Archive for the ‘Quilting’ Category

All About Hoffman Fabrics

For the quilting enthusiast, one of the most important considerations is the choice of fabric. Let’s face it; a quilt’s beauty is totally dependent on what fabric the quilter chooses. If a quilt is unattractive and doesn’t beg you to reach out and touch it, it probably has a lot to do with the fabric chosen to create it. Quilters in the know solve such potential problems by choosing fabrics from companies that they trust. Based in California, Hoffman Fabrics is a company who has proven their value to quilters over many years, since 1924, in fact.

Visit any quilting website that sells fabric and the name Hoffman will pop up. They specialize in high-quality screen-printed cottons and blends. Hoffman also produces hand-painted and dyed fabrics. Every year the company introduces two new lines of fabric, which they call “colorful prints and luscious Balis.” They call their fabrics “inspiring” and that is not marketing hype. One look at the abundant richness of the color and designs of Hoffman Fabrics and you will see why they have been adopted by quilters as a must-have cloth. In return, Hoffman has shown incredible support to quilters. This is evident in the Hoffman Challenge, a contest which started in 1987.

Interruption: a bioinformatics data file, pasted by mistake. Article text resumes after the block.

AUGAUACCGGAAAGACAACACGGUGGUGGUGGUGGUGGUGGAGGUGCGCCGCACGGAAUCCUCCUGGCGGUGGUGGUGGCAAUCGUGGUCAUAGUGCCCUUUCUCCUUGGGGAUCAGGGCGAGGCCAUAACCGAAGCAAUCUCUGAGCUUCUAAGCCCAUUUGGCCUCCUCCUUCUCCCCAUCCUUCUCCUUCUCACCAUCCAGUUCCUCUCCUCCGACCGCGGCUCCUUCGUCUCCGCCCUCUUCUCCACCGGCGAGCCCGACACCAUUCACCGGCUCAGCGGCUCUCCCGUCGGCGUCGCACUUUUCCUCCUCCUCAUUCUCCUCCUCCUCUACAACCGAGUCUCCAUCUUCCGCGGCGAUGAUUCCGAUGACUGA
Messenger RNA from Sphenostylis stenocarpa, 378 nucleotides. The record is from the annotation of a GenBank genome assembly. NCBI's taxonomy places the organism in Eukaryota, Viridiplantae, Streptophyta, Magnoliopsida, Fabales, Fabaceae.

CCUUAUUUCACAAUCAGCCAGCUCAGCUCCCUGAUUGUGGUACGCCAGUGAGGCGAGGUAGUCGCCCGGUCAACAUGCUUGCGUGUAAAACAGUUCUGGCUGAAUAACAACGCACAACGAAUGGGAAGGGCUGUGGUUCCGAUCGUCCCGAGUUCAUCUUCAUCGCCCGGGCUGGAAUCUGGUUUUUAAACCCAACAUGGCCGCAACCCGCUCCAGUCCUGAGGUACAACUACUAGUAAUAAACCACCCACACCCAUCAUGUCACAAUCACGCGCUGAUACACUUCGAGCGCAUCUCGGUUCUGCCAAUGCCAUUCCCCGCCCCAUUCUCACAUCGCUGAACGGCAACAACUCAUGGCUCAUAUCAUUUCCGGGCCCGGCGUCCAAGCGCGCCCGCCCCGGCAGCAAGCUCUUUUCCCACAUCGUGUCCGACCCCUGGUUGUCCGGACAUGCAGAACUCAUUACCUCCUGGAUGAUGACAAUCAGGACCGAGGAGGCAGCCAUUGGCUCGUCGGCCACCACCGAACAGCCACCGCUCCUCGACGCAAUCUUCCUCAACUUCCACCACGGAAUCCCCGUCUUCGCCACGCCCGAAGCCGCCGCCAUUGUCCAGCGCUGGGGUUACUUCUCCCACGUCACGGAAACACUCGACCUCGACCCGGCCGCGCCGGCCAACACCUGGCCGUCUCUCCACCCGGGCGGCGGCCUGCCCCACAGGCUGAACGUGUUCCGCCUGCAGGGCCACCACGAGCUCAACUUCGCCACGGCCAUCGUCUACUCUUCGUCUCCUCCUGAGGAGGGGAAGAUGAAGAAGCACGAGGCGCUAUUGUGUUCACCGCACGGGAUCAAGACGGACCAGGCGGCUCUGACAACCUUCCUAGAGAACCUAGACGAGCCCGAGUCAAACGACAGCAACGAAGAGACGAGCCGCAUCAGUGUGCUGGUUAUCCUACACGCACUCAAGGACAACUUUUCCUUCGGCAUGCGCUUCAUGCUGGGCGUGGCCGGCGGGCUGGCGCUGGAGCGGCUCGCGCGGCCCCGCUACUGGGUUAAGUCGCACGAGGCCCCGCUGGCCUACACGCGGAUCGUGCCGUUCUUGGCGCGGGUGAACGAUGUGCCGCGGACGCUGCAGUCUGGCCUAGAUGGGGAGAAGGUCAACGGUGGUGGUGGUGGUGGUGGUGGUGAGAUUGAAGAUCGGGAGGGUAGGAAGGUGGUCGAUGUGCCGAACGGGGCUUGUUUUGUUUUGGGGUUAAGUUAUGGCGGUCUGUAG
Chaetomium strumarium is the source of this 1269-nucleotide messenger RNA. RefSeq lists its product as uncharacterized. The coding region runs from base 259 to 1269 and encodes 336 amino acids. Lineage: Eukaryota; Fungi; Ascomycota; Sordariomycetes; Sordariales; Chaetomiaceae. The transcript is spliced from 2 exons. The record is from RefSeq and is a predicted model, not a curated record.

Every year, the talents at Hoffman Fabrics choose one of their upcoming fabric designs to feature in the Challenge. Quilt-makers, clothing and accessory designers and doll-makers are then challenged to use the fabric to design an original item. The winning entries are then featured in a traveling show which stops at galleries, museums, shops, and quilting guilds. The first year of the Hoffman Challenge, 94 quilters entered. Since then, up to 700 entries a year have been received. The traveling show itself is so popular that 12 collections now travel nationwide, with some stops in Canada as well.